John O'Callaghan of The Maine isn't a rockstar, nor does he want to be. All he wants is for The Maine to be known as a good band made up of good people. "Wholesome, well-intentioned individuals," as he puts it. And, yes, he actually means it.
The Maine arrived on the scene with debut album Can't Stop, Won't Stop in 2008—the heyday of MySpace (RIP), Warped Tour (RIP), and greasy, albeit sexy, emo boy hair (also RIP). Since then, the band amassed a cult following by not only releasing great new music consistently, but also by killing fans with kindness and, in their own words, "actually giving a shit."
You Are OK, the band's seventh studio album, is a deviation from previous material and an opportunity for O'Callaghan and the band to be truly vulnerable, opening up a dialogue about being okay—or not.
"We definitely set out to make a different record than we have in the past, and more importantly, a different record than Lovely Little Lonely and American Candy," O'Callaghan says of the band's latest. "We wanted to make a record that was sort of jarring for not only us but, hopefully, for the listener as well. Just knowing that it's our seventh album, playing it safe probably wouldn't be the smartest thing to do. So I think we did what we could to not be safe and to not be subtle. To not hold anything back, I guess."
Another natural reason that the new music is a deviation from previous albums? The band members aren't emo teens anymore. "I was 18 or 19 when we started, and I'm 30 years old now. To be able to evolve and grow as a person as well [as evolve musically] has been something really special."
If you've been following the band since the beginning, it's evident that they've grown up. O'Callaghan has graduated from lyrics like, "Oh she makes me feel like shit/ It's always something/ But I can't get over it/ She thinks it's nothing," to, "I won't beg on your pardon, you see/ You know I'm not a human/ One part anxiety using two parts naivety/Just to keep sane"
With an album titled You Are Ok, lyrical mentions of anxiety, and tracks titled "Slip The Noose" and "Broken Parts," it's clear that mental health is at the forefront of the album. I asked them if the album title is an intentional affirmation for the listener to use.
"We've avoided [the topic of mental health] so much as a society that I think it's not only an affirmation but also a question. The answer doesn't have to be that you are okay right now. The answer can be no. But it's sort of me telling myself that, even though I might not be [okay] right now, I will be one day." He continues, "I think there's a stigma to not feeling the way that people promote that you always should, if that makes sense. I think that the idea of being depressed and the idea of being, for lack of a better word, not okay, there's a stigma to that. I think it's important to at least be talking about it and open the dialogue, and if nothing else, give people a mantra to hopefully use in the times that they need it." And boy, do a lot of us need it a lot of the time.
Providing listeners with mantras, intentionally or unintentionally, is nothing new for The Maine. "We'll All Be" off Can't Stop Won't Stop provided us with "We all have been degraded/ We all will be the greatest" which, admittedly, I had plastered on my wall as a high schooler. A hidden track off third album Pioneer gave us, "Strength will find you sooner than you ever thought it would," which became a popular lyric for fan tattoos. "(Un)lost" from American Candy gave us, "Control what you can/ Confront what you can't," another popular lyric for fan tattoos.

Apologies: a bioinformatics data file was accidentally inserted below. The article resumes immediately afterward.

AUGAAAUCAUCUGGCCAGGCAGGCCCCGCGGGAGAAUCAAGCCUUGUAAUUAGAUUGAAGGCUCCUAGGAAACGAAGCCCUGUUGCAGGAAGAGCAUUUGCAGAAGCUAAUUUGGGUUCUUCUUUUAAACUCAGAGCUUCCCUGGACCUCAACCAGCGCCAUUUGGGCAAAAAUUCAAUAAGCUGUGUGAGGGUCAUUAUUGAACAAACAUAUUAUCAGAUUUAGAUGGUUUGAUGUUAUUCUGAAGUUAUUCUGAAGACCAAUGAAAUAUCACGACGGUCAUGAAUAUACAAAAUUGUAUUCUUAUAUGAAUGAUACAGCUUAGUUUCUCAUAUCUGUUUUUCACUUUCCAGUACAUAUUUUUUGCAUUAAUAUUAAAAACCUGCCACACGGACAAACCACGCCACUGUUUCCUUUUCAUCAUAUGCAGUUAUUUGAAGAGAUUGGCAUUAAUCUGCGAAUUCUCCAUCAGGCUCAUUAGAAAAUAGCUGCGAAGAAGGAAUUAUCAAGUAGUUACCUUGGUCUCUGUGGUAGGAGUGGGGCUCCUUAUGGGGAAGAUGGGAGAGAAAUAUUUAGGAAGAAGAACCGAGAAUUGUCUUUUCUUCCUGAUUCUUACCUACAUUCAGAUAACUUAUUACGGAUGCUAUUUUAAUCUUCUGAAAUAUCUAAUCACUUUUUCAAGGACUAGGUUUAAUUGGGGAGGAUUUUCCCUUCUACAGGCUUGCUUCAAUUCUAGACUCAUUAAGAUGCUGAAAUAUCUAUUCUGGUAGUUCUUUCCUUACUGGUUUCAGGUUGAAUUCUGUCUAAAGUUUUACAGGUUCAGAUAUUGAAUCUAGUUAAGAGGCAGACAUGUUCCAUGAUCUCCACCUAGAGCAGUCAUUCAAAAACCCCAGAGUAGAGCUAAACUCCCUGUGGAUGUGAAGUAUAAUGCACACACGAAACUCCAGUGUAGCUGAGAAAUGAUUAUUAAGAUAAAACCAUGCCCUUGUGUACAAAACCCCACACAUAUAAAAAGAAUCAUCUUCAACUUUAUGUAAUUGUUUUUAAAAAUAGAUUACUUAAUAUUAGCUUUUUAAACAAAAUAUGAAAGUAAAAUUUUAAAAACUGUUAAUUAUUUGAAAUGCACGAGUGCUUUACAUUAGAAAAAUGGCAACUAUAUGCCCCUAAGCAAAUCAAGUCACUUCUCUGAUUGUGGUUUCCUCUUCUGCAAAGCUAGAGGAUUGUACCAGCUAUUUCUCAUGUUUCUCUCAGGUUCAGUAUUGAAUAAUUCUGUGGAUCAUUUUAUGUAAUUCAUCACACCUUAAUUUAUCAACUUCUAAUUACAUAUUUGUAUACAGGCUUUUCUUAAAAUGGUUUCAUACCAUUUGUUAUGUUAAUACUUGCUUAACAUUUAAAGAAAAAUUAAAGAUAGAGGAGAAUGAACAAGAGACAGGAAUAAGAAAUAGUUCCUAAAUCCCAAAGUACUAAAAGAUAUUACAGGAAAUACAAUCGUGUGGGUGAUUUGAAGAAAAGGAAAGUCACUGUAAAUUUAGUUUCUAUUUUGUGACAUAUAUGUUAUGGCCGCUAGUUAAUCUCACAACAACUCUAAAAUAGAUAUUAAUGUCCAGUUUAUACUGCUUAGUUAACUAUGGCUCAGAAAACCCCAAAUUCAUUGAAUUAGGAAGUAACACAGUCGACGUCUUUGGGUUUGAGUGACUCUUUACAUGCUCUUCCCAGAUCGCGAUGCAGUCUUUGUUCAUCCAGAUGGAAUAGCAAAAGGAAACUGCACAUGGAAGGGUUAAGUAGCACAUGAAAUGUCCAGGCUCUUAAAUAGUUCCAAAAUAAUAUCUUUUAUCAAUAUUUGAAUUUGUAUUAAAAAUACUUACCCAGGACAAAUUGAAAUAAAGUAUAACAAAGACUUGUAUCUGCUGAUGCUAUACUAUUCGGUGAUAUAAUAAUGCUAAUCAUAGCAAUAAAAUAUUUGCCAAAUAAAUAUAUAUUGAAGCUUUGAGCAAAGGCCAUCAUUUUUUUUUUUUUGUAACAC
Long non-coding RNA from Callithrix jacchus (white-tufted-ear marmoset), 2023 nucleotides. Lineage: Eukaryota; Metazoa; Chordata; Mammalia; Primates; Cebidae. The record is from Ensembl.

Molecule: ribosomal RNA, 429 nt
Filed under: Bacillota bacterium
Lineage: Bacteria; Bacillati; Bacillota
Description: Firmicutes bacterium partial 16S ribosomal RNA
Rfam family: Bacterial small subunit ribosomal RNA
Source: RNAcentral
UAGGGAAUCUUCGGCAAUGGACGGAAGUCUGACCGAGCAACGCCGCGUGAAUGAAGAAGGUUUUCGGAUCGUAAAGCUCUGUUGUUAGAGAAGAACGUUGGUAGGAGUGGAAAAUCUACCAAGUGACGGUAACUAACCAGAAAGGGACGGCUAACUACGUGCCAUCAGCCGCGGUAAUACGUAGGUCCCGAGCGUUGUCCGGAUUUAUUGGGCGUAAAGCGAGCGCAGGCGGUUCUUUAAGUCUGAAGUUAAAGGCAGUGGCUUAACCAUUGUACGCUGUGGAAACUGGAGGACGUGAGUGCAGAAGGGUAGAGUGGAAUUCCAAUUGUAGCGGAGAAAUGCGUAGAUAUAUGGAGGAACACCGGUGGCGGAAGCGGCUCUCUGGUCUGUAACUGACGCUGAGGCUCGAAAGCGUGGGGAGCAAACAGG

"The omnipresent What the fuck are we doing here as human beings? question has always existed in my mind," O'Callaghan says of lyrics like these. "It's always been an existential crisis my whole life. I think those questions will never leave, but the idea that we get to experience it is something that I certainly don't take for granted."
Even anxiety is something he doesn't take for granted—and maybe even appreciates. "I certainly struggle with anxiety," O'Callaghan confesses. "But I think it helps you realize that you're still alive and the blood is still coursing." He continues, "It's tough business being a human being. I think that it's important to just relay the message to people that I don't have it figured out by a long stretch and I've never claimed to, and I struggle with the same shit that everybody goes through. Making it known that people aren't alone in feeling alone has always been a real staple for me."
This mission of providing fans with comfort and reassurance that they aren't alone goes beyond music and lyrics. The five super-nice (but not uncool) guys who make up The Maine genuinely care about making their fans feel good. The band constantly tours, but never sells VIP meet and greet packages like many of their peers do because they believe, again, in their own words, "Why would you pay money to meet a human being?" Instead, the band hangs around after every show for a couple of hours in an attempt to meet as many fans as they can, take photos, and sign autographs—all free of charge.
"We learned that the paid meet and greet will never be our philosophy," O'Callaghan states. "Why the fuck would someone pay hundreds of dollars to meet these people who they think are their idols that end up just letting them down?" Most people who've fallen prey to the paid meet and greet will tell you that the experience of an awkward handshake and rushed conversation across a folding table just isn't worth it.
He says, "It's always been less about business for us than it's been about speaking our truth and connecting on a personal level with people. [To us,] it's obvious that you would pay most attention to the individuals who allow you to do what you do, because, without them, you don't get to do that. That's as simple as it gets."
Spoken like a true wholesome, well-intentioned individual.